Another year down and a long term visitor’s visa approved! I’ll be living in New Zealand for an additional year. It was a nice Christmas present to receive after waiting four months for a decision. This past year was spent between Australia and New Zealand and the total is in: $11,917 spent living abroad. It felt REALLY expensive, but looking back, my time in Central America for the year cost me only $2800 less. Now that I have a stable place to live, it shouldn’t cost me near that amount this coming year. It’ll be interesting to see how it tallies up.


It’s been a great year. Camille and I came out with our first book, “Two Brauds Abroad,” which chronicled her time living in Ghana and mine in Costa Rica. For us, it was a success and something we’ve both wanted to do. Financially, not so much. Our goal was to help people who wanted to jump off the bandwagon and live abroad, so hopefully we inspired someone!


I had been in Australia for the new year and got to visit Australia Zoo which was established by the Irwin family. It was a beautiful zoo and I was able to see Teri and the kids performing with the crocs.

The Irwin family
The Irwin family
Komodo resting at Australia Zoo
Komodo resting at Australia Zoo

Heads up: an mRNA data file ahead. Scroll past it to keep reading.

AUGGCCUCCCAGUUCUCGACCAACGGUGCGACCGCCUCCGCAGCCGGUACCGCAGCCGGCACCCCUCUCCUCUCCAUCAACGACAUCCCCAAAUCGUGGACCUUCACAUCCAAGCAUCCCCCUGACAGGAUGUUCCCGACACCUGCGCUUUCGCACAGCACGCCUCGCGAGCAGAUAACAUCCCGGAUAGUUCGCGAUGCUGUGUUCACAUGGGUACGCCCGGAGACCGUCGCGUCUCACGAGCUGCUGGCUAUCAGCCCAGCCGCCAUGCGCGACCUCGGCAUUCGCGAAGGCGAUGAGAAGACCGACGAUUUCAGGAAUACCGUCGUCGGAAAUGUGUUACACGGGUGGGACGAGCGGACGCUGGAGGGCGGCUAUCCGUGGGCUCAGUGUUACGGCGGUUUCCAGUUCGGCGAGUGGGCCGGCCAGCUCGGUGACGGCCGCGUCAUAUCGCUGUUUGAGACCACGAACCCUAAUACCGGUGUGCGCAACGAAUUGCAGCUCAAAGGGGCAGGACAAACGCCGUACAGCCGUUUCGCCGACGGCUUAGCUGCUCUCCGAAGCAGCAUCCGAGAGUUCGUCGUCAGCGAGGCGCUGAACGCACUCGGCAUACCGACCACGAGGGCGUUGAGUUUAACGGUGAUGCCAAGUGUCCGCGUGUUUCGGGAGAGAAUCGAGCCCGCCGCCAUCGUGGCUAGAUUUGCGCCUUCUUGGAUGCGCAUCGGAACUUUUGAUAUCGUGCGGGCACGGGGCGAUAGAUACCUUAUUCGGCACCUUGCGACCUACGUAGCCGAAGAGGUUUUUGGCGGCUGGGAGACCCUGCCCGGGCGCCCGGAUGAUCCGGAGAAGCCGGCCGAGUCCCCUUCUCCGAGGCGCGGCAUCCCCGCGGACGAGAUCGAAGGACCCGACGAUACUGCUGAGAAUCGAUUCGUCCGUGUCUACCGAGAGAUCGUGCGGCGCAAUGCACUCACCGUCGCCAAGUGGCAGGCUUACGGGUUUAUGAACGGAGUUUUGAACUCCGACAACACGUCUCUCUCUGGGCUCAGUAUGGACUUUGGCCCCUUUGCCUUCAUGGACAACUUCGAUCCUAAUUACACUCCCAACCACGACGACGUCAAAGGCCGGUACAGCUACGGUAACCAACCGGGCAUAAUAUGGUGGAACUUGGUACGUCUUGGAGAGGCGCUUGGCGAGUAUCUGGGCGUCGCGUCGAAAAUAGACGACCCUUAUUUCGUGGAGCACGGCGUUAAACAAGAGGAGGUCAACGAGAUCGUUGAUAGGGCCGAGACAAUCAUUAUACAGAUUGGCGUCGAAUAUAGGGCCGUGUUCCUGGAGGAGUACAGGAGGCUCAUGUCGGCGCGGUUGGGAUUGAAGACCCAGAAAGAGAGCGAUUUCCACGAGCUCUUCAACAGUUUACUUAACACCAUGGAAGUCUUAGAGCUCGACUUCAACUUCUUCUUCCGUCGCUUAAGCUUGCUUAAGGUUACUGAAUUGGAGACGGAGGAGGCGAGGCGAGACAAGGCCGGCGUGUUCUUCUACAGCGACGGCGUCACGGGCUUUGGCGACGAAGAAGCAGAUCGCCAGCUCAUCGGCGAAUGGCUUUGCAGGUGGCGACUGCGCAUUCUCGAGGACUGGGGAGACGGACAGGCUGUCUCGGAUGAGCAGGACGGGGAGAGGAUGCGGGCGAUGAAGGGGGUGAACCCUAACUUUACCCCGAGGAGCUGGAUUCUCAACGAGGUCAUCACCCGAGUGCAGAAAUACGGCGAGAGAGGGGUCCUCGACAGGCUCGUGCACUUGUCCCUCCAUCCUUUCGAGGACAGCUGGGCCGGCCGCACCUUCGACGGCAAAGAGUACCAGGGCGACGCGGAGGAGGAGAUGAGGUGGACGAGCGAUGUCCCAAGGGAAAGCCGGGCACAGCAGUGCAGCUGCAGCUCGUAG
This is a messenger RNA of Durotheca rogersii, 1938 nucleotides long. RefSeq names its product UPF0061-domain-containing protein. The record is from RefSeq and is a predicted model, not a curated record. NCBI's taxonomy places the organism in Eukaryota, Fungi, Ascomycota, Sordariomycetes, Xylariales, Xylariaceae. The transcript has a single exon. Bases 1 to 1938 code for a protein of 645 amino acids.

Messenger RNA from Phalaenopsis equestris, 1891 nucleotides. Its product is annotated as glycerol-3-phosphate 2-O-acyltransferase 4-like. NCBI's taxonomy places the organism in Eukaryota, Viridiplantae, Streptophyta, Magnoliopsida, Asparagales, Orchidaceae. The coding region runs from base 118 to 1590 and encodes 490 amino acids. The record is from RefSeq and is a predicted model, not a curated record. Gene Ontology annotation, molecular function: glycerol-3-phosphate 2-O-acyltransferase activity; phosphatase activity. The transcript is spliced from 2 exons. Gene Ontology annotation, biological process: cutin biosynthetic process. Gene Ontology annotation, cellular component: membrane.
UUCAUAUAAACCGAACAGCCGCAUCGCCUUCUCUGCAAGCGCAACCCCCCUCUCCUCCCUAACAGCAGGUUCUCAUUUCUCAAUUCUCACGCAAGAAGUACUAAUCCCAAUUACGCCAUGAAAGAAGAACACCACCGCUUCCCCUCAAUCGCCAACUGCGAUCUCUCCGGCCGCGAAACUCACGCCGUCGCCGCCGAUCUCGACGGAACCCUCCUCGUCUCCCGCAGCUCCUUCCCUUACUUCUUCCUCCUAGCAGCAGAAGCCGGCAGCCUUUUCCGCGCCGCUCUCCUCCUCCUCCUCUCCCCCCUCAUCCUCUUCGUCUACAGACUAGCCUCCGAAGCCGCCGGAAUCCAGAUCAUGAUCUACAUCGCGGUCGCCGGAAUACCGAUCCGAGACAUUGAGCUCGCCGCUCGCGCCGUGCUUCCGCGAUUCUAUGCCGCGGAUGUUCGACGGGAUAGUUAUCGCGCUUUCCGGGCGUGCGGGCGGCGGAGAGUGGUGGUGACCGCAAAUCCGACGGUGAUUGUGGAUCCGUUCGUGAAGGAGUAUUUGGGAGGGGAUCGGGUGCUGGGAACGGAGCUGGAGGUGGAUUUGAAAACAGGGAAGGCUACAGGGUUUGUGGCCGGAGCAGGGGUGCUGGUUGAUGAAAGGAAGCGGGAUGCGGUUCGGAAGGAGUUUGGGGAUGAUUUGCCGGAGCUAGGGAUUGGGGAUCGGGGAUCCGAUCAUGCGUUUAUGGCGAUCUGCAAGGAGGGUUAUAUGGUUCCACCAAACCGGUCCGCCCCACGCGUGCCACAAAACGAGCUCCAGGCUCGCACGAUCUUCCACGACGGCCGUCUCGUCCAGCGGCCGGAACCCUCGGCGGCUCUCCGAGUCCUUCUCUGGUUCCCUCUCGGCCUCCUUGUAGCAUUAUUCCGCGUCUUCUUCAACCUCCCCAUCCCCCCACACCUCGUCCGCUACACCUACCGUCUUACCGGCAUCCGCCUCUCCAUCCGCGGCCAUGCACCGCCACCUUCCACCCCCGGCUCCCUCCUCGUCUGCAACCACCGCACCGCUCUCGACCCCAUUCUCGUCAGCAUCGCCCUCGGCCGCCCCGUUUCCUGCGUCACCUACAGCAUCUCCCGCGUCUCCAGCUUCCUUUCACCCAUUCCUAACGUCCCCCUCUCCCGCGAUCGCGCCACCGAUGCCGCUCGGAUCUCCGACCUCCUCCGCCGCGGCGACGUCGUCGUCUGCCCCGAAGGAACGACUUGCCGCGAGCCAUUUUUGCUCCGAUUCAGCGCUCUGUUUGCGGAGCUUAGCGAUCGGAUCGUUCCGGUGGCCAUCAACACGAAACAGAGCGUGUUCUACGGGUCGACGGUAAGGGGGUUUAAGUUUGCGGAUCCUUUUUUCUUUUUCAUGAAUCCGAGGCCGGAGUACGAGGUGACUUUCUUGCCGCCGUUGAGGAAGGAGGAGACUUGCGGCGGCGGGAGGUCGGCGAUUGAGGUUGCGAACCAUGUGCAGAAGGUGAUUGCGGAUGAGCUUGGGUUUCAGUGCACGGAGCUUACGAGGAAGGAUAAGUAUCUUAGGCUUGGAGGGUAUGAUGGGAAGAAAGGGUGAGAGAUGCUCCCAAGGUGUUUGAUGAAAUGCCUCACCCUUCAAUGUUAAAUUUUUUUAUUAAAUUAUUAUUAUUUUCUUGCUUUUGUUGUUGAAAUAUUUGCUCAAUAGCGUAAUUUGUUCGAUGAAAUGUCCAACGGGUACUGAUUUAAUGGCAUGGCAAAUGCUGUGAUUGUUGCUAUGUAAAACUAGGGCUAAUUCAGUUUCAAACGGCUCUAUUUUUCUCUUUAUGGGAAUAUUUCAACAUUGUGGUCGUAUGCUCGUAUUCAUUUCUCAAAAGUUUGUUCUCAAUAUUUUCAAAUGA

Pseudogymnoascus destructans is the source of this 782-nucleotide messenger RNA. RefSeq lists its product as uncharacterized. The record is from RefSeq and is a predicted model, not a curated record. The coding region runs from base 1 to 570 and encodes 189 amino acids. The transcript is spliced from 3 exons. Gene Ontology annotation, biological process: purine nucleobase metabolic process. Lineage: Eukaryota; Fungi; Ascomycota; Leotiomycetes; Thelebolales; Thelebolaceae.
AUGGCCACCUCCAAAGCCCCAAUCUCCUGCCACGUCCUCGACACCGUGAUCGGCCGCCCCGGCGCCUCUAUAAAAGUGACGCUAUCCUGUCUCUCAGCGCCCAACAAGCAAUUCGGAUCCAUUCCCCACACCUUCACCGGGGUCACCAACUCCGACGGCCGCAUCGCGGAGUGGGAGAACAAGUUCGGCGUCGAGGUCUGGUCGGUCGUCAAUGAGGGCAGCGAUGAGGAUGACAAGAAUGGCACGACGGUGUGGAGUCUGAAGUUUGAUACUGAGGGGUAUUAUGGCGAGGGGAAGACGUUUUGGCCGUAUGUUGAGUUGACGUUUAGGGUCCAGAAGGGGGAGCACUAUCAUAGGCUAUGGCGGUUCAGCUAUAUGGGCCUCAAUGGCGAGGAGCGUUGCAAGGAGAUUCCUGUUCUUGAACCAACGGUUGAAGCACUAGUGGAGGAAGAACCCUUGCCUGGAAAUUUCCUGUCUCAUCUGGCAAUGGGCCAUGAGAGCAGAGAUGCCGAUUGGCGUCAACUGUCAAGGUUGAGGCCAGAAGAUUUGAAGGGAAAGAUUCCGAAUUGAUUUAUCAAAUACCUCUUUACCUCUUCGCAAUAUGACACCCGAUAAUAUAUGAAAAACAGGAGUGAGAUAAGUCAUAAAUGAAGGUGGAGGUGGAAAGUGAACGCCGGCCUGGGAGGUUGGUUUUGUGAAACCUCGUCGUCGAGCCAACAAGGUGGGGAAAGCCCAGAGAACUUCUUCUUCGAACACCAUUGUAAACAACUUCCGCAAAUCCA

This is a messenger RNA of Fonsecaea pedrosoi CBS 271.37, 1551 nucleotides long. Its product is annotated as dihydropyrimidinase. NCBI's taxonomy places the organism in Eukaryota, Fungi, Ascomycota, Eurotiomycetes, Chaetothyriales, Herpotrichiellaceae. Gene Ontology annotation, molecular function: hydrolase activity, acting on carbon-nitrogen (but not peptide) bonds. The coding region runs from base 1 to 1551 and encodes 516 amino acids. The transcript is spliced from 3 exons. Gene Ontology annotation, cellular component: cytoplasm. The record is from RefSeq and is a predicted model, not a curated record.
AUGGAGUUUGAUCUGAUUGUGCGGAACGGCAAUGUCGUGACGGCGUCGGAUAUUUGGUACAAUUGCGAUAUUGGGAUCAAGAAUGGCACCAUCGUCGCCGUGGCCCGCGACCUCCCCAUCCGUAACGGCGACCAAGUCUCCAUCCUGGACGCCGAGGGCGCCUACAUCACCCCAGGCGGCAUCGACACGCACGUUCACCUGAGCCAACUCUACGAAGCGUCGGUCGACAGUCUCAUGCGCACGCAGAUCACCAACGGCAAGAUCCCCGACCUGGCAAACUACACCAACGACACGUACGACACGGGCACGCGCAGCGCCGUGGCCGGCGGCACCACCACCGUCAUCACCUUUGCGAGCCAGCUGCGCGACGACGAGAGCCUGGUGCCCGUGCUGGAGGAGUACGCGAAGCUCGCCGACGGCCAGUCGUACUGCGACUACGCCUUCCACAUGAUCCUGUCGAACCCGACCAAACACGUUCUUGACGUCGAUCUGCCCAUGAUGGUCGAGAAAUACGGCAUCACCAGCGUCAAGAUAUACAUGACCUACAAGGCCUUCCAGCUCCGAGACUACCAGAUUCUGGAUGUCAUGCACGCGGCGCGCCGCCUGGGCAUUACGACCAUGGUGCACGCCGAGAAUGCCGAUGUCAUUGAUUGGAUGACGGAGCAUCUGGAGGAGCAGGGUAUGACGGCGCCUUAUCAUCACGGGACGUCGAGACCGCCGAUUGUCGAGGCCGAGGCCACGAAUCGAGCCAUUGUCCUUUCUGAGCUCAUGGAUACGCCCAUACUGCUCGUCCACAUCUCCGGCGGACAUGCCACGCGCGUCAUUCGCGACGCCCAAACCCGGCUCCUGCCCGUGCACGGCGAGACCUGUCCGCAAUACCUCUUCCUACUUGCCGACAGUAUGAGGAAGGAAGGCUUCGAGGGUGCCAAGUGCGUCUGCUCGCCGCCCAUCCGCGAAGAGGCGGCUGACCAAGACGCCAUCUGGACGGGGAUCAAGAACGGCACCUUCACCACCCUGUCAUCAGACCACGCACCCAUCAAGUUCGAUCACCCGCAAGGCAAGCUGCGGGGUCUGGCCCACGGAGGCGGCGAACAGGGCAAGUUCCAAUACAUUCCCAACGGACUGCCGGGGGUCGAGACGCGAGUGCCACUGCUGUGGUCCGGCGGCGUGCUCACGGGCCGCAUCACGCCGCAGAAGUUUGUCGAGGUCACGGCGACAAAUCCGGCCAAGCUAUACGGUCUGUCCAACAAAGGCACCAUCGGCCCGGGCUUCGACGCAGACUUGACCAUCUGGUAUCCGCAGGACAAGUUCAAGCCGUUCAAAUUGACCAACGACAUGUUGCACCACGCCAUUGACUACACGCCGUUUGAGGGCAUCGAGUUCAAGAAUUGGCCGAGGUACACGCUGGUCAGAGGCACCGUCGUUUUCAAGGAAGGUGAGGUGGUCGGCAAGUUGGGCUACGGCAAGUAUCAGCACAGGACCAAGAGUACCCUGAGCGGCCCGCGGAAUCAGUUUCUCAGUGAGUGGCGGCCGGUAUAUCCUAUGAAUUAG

My mother and her husband came out to New Zealand again and I met up with them in the beginning of February. We traveled the South island for a few weeks and we got to see one of the most amazing spots — Milford Sound. The drive there from where we were staying tops my list of the most beautiful drives I’ve ever taken. It was great to see mom and Ed again and I owe it to them for showing me more of New Zealand.


The next two months had me staying in Blenheim once again with my boyfriend and deciding to work on the long term visitor’s visa when I came back in a few months. We celebrated my second year on the road by going to Yealand’s vineyard. It’s a beautiful and extensive land, operating at zero carbon output and winning multiple awards for their wine. It is such a ‘feel good’ place that I like to visit it every once in a while and am privileged that I can.

Yealand’s vineyard

2015 had me checking off one of the main items on my bucket list. Ever since I can remember, I had always wanted to snorkel the Great Barrier Reef. The first place I went upon my return to Australia was Cairns. Within a week or two, I was out on the reef and it was just as spectacular as I hoped it would be. I had wanted to see it a few times, but it was quite expensive to get out there. I did manage to return when I went to Magnetic Island.


IMG_1266Another place I wanted to see were the Whitsunday islands, south of Cairns. I had the best luck doing a great house sit an hour away in Mackay on Blacks beach. When the sit was up, I took a few days “off” and stayed in Airlie beach. I took a 30 minute flight over the Whitsundays and it was one of the most amazing things I’d ever seen. The artistic natural swirling of white silica sand with the incredibly clear blue water makes this place one of a kind. It’s where the rich and famous vacation and berth their yachts and backpackers party until dawn (I was neither one of them). I’m completely in love with Australia and plan on going back as soon as humanly possible.